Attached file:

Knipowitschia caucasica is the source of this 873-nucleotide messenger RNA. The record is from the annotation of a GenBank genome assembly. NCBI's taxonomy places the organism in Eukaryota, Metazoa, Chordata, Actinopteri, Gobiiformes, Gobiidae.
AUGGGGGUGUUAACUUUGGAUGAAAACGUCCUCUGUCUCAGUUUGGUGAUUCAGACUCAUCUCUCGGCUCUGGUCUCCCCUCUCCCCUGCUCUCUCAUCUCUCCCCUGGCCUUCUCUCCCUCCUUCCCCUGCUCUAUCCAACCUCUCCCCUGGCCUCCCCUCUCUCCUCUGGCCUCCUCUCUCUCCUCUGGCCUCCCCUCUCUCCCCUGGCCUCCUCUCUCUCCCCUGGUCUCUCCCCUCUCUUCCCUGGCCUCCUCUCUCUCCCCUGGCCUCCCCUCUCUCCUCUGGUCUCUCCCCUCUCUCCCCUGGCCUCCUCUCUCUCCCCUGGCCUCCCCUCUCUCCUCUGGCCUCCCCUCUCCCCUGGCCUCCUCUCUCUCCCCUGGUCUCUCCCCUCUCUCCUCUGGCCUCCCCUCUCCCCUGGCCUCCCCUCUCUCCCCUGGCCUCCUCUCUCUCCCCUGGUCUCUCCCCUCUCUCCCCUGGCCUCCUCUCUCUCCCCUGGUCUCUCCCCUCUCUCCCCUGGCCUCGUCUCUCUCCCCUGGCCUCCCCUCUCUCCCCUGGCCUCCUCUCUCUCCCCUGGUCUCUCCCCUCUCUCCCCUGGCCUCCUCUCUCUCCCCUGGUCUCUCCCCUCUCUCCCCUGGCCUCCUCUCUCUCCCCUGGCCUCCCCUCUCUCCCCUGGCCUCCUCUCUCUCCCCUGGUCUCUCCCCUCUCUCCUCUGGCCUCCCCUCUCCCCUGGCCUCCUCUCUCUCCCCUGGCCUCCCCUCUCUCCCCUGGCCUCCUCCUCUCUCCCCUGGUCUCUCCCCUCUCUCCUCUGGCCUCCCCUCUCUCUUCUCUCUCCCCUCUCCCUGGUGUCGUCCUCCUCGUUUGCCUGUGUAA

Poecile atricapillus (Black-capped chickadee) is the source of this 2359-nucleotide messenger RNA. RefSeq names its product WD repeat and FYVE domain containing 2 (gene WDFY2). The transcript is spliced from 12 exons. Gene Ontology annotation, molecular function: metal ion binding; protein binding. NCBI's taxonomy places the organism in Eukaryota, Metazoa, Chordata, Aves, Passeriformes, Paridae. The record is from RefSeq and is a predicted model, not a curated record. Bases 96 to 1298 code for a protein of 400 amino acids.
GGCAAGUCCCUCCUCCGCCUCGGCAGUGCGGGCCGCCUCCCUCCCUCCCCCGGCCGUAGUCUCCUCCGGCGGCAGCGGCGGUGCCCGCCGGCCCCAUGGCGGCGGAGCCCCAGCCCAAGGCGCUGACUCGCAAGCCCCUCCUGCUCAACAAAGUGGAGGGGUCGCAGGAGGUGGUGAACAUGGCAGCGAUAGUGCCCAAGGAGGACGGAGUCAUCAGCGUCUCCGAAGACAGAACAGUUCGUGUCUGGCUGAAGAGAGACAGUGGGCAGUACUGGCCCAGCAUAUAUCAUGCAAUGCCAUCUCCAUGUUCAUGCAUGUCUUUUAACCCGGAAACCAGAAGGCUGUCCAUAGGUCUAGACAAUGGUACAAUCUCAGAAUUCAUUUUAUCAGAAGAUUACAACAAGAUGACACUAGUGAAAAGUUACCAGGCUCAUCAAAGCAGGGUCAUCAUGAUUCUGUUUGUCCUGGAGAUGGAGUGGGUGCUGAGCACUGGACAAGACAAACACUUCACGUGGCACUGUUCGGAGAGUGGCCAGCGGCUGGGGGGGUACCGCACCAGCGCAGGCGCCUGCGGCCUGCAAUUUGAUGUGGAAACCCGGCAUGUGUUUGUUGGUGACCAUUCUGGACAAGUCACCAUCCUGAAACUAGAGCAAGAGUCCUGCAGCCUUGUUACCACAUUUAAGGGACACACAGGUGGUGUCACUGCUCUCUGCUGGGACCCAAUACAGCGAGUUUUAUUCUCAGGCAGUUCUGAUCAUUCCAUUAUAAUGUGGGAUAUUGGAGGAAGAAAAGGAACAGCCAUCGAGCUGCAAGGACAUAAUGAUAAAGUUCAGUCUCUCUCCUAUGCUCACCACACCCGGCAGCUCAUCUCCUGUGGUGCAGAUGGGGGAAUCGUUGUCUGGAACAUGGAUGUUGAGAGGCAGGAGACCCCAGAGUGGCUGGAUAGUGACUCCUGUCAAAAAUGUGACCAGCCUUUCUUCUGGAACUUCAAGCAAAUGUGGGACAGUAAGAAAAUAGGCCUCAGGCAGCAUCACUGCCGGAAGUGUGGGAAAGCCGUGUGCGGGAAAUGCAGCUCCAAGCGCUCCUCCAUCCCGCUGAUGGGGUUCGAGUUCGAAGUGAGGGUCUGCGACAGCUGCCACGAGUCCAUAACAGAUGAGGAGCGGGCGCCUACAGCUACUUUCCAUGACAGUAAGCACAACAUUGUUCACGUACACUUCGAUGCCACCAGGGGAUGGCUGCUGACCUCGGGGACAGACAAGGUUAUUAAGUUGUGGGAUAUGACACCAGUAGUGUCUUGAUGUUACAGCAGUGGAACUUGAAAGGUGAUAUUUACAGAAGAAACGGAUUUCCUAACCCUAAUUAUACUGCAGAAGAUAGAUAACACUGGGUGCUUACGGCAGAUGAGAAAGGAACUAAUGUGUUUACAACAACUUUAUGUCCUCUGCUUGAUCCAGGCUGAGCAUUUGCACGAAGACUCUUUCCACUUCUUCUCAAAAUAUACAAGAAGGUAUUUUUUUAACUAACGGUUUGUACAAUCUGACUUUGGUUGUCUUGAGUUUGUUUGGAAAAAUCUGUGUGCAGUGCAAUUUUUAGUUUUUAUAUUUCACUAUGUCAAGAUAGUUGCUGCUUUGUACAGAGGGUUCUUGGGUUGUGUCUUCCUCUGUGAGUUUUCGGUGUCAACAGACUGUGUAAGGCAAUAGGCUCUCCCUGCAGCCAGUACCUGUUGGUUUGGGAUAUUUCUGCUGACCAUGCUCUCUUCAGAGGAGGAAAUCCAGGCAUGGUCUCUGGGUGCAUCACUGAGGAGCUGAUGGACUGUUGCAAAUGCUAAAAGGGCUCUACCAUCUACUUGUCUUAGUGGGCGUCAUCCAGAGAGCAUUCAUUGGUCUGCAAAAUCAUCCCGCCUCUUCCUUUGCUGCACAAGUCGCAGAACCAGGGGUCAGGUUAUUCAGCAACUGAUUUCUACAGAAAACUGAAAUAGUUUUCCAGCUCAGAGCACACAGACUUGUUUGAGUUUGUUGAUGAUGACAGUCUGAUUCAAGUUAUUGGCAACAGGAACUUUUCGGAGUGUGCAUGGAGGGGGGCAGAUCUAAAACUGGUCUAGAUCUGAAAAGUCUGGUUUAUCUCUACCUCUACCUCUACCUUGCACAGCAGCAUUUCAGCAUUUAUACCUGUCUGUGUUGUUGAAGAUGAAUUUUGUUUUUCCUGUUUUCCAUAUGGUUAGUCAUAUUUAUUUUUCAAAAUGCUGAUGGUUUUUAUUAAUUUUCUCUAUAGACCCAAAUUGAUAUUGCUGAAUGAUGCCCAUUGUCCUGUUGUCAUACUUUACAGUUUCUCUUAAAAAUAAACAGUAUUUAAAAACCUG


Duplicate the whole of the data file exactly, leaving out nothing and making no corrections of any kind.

Knipowitschia caucasica is the source of this 873-nucleotide messenger RNA. The record is from the annotation of a GenBank genome assembly. NCBI's taxonomy places the organism in Eukaryota, Metazoa, Chordata, Actinopteri, Gobiiformes, Gobiidae.
AUGGGGGUGUUAACUUUGGAUGAAAACGUCCUCUGUCUCAGUUUGGUGAUUCAGACUCAUCUCUCGGCUCUGGUCUCCCCUCUCCCCUGCUCUCUCAUCUCUCCCCUGGCCUUCUCUCCCUCCUUCCCCUGCUCUAUCCAACCUCUCCCCUGGCCUCCCCUCUCUCCUCUGGCCUCCUCUCUCUCCUCUGGCCUCCCCUCUCUCCCCUGGCCUCCUCUCUCUCCCCUGGUCUCUCCCCUCUCUUCCCUGGCCUCCUCUCUCUCCCCUGGCCUCCCCUCUCUCCUCUGGUCUCUCCCCUCUCUCCCCUGGCCUCCUCUCUCUCCCCUGGCCUCCCCUCUCUCCUCUGGCCUCCCCUCUCCCCUGGCCUCCUCUCUCUCCCCUGGUCUCUCCCCUCUCUCCUCUGGCCUCCCCUCUCCCCUGGCCUCCCCUCUCUCCCCUGGCCUCCUCUCUCUCCCCUGGUCUCUCCCCUCUCUCCCCUGGCCUCCUCUCUCUCCCCUGGUCUCUCCCCUCUCUCCCCUGGCCUCGUCUCUCUCCCCUGGCCUCCCCUCUCUCCCCUGGCCUCCUCUCUCUCCCCUGGUCUCUCCCCUCUCUCCCCUGGCCUCCUCUCUCUCCCCUGGUCUCUCCCCUCUCUCCCCUGGCCUCCUCUCUCUCCCCUGGCCUCCCCUCUCUCCCCUGGCCUCCUCUCUCUCCCCUGGUCUCUCCCCUCUCUCCUCUGGCCUCCCCUCUCCCCUGGCCUCCUCUCUCUCCCCUGGCCUCCCCUCUCUCCCCUGGCCUCCUCCUCUCUCCCCUGGUCUCUCCCCUCUCUCCUCUGGCCUCCCCUCUCUCUUCUCUCUCCCCUCUCCCUGGUGUCGUCCUCCUCGUUUGCCUGUGUAA

Poecile atricapillus (Black-capped chickadee) is the source of this 2359-nucleotide messenger RNA. RefSeq names its product WD repeat and FYVE domain containing 2 (gene WDFY2). The transcript is spliced from 12 exons. Gene Ontology annotation, molecular function: metal ion binding; protein binding. NCBI's taxonomy places the organism in Eukaryota, Metazoa, Chordata, Aves, Passeriformes, Paridae. The record is from RefSeq and is a predicted model, not a curated record. Bases 96 to 1298 code for a protein of 400 amino acids.
GGCAAGUCCCUCCUCCGCCUCGGCAGUGCGGGCCGCCUCCCUCCCUCCCCCGGCCGUAGUCUCCUCCGGCGGCAGCGGCGGUGCCCGCCGGCCCCAUGGCGGCGGAGCCCCAGCCCAAGGCGCUGACUCGCAAGCCCCUCCUGCUCAACAAAGUGGAGGGGUCGCAGGAGGUGGUGAACAUGGCAGCGAUAGUGCCCAAGGAGGACGGAGUCAUCAGCGUCUCCGAAGACAGAACAGUUCGUGUCUGGCUGAAGAGAGACAGUGGGCAGUACUGGCCCAGCAUAUAUCAUGCAAUGCCAUCUCCAUGUUCAUGCAUGUCUUUUAACCCGGAAACCAGAAGGCUGUCCAUAGGUCUAGACAAUGGUACAAUCUCAGAAUUCAUUUUAUCAGAAGAUUACAACAAGAUGACACUAGUGAAAAGUUACCAGGCUCAUCAAAGCAGGGUCAUCAUGAUUCUGUUUGUCCUGGAGAUGGAGUGGGUGCUGAGCACUGGACAAGACAAACACUUCACGUGGCACUGUUCGGAGAGUGGCCAGCGGCUGGGGGGGUACCGCACCAGCGCAGGCGCCUGCGGCCUGCAAUUUGAUGUGGAAACCCGGCAUGUGUUUGUUGGUGACCAUUCUGGACAAGUCACCAUCCUGAAACUAGAGCAAGAGUCCUGCAGCCUUGUUACCACAUUUAAGGGACACACAGGUGGUGUCACUGCUCUCUGCUGGGACCCAAUACAGCGAGUUUUAUUCUCAGGCAGUUCUGAUCAUUCCAUUAUAAUGUGGGAUAUUGGAGGAAGAAAAGGAACAGCCAUCGAGCUGCAAGGACAUAAUGAUAAAGUUCAGUCUCUCUCCUAUGCUCACCACACCCGGCAGCUCAUCUCCUGUGGUGCAGAUGGGGGAAUCGUUGUCUGGAACAUGGAUGUUGAGAGGCAGGAGACCCCAGAGUGGCUGGAUAGUGACUCCUGUCAAAAAUGUGACCAGCCUUUCUUCUGGAACUUCAAGCAAAUGUGGGACAGUAAGAAAAUAGGCCUCAGGCAGCAUCACUGCCGGAAGUGUGGGAAAGCCGUGUGCGGGAAAUGCAGCUCCAAGCGCUCCUCCAUCCCGCUGAUGGGGUUCGAGUUCGAAGUGAGGGUCUGCGACAGCUGCCACGAGUCCAUAACAGAUGAGGAGCGGGCGCCUACAGCUACUUUCCAUGACAGUAAGCACAACAUUGUUCACGUACACUUCGAUGCCACCAGGGGAUGGCUGCUGACCUCGGGGACAGACAAGGUUAUUAAGUUGUGGGAUAUGACACCAGUAGUGUCUUGAUGUUACAGCAGUGGAACUUGAAAGGUGAUAUUUACAGAAGAAACGGAUUUCCUAACCCUAAUUAUACUGCAGAAGAUAGAUAACACUGGGUGCUUACGGCAGAUGAGAAAGGAACUAAUGUGUUUACAACAACUUUAUGUCCUCUGCUUGAUCCAGGCUGAGCAUUUGCACGAAGACUCUUUCCACUUCUUCUCAAAAUAUACAAGAAGGUAUUUUUUUAACUAACGGUUUGUACAAUCUGACUUUGGUUGUCUUGAGUUUGUUUGGAAAAAUCUGUGUGCAGUGCAAUUUUUAGUUUUUAUAUUUCACUAUGUCAAGAUAGUUGCUGCUUUGUACAGAGGGUUCUUGGGUUGUGUCUUCCUCUGUGAGUUUUCGGUGUCAACAGACUGUGUAAGGCAAUAGGCUCUCCCUGCAGCCAGUACCUGUUGGUUUGGGAUAUUUCUGCUGACCAUGCUCUCUUCAGAGGAGGAAAUCCAGGCAUGGUCUCUGGGUGCAUCACUGAGGAGCUGAUGGACUGUUGCAAAUGCUAAAAGGGCUCUACCAUCUACUUGUCUUAGUGGGCGUCAUCCAGAGAGCAUUCAUUGGUCUGCAAAAUCAUCCCGCCUCUUCCUUUGCUGCACAAGUCGCAGAACCAGGGGUCAGGUUAUUCAGCAACUGAUUUCUACAGAAAACUGAAAUAGUUUUCCAGCUCAGAGCACACAGACUUGUUUGAGUUUGUUGAUGAUGACAGUCUGAUUCAAGUUAUUGGCAACAGGAACUUUUCGGAGUGUGCAUGGAGGGGGGCAGAUCUAAAACUGGUCUAGAUCUGAAAAGUCUGGUUUAUCUCUACCUCUACCUCUACCUUGCACAGCAGCAUUUCAGCAUUUAUACCUGUCUGUGUUGUUGAAGAUGAAUUUUGUUUUUCCUGUUUUCCAUAUGGUUAGUCAUAUUUAUUUUUCAAAAUGCUGAUGGUUUUUAUUAAUUUUCUCUAUAGACCCAAAUUGAUAUUGCUGAAUGAUGCCCAUUGUCCUGUUGUCAUACUUUACAGUUUCUCUUAAAAAUAAACAGUAUUUAAAAACCUG